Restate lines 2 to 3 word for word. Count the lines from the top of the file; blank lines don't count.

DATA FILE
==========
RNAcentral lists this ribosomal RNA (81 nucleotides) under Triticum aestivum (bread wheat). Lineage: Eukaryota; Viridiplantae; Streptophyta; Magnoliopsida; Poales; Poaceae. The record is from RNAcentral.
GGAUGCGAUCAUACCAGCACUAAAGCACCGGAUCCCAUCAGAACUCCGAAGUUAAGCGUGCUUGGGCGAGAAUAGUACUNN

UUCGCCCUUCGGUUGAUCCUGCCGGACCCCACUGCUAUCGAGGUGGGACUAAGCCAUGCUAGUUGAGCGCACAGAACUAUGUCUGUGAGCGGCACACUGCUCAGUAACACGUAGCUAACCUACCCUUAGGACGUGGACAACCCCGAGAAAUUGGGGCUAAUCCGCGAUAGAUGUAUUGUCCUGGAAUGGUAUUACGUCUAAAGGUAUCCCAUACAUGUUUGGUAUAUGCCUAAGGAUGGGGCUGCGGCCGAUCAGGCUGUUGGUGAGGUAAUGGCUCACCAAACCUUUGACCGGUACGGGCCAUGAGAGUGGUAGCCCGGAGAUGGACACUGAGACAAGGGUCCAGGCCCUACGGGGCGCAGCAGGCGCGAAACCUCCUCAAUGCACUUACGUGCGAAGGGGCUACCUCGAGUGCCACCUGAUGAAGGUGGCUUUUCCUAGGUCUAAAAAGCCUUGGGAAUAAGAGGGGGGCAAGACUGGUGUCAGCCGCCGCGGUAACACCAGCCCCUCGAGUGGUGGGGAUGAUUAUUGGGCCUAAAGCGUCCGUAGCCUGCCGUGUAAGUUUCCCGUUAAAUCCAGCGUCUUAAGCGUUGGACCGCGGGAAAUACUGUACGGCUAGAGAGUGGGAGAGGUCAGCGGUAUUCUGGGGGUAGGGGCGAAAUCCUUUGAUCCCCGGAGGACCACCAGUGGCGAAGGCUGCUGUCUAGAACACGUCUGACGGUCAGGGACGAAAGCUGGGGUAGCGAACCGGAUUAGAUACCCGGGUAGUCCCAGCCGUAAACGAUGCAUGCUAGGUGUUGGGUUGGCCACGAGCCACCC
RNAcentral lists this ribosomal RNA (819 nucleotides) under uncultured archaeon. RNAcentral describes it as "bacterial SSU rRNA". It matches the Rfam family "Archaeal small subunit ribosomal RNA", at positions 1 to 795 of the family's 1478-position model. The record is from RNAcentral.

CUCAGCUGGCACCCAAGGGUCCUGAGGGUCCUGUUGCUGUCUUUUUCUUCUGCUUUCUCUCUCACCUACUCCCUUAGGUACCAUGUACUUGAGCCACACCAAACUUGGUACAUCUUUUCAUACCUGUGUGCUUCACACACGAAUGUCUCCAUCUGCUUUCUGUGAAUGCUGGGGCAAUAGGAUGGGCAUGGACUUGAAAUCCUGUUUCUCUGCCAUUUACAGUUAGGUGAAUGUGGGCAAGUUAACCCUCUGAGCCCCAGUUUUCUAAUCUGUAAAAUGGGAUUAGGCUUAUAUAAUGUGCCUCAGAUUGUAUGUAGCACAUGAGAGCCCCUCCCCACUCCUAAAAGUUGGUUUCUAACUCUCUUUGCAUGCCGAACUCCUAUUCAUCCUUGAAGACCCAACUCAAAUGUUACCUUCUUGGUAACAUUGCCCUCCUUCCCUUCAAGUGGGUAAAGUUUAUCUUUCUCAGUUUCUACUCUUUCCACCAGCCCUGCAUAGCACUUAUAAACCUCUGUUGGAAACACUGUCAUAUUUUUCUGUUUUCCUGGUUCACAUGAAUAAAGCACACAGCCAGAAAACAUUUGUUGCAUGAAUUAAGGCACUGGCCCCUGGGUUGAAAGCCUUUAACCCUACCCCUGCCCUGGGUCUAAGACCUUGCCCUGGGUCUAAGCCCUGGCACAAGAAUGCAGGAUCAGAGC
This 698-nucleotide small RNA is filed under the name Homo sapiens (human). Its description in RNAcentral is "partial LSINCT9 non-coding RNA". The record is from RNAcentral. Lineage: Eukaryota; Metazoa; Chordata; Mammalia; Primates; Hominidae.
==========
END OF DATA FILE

GGAUGCGAUCAUACCAGCACUAAAGCACCGGAUCCCAUCAGAACUCCGAAGUUAAGCGUGCUUGGGCGAGAAUAGUACUNN

UUCGCCCUUCGGUUGAUCCUGCCGGACCCCACUGCUAUCGAGGUGGGACUAAGCCAUGCUAGUUGAGCGCACAGAACUAUGUCUGUGAGCGGCACACUGCUCAGUAACACGUAGCUAACCUACCCUUAGGACGUGGACAACCCCGAGAAAUUGGGGCUAAUCCGCGAUAGAUGUAUUGUCCUGGAAUGGUAUUACGUCUAAAGGUAUCCCAUACAUGUUUGGUAUAUGCCUAAGGAUGGGGCUGCGGCCGAUCAGGCUGUUGGUGAGGUAAUGGCUCACCAAACCUUUGACCGGUACGGGCCAUGAGAGUGGUAGCCCGGAGAUGGACACUGAGACAAGGGUCCAGGCCCUACGGGGCGCAGCAGGCGCGAAACCUCCUCAAUGCACUUACGUGCGAAGGGGCUACCUCGAGUGCCACCUGAUGAAGGUGGCUUUUCCUAGGUCUAAAAAGCCUUGGGAAUAAGAGGGGGGCAAGACUGGUGUCAGCCGCCGCGGUAACACCAGCCCCUCGAGUGGUGGGGAUGAUUAUUGGGCCUAAAGCGUCCGUAGCCUGCCGUGUAAGUUUCCCGUUAAAUCCAGCGUCUUAAGCGUUGGACCGCGGGAAAUACUGUACGGCUAGAGAGUGGGAGAGGUCAGCGGUAUUCUGGGGGUAGGGGCGAAAUCCUUUGAUCCCCGGAGGACCACCAGUGGCGAAGGCUGCUGUCUAGAACACGUCUGACGGUCAGGGACGAAAGCUGGGGUAGCGAACCGGAUUAGAUACCCGGGUAGUCCCAGCCGUAAACGAUGCAUGCUAGGUGUUGGGUUGGCCACGAGCCACCC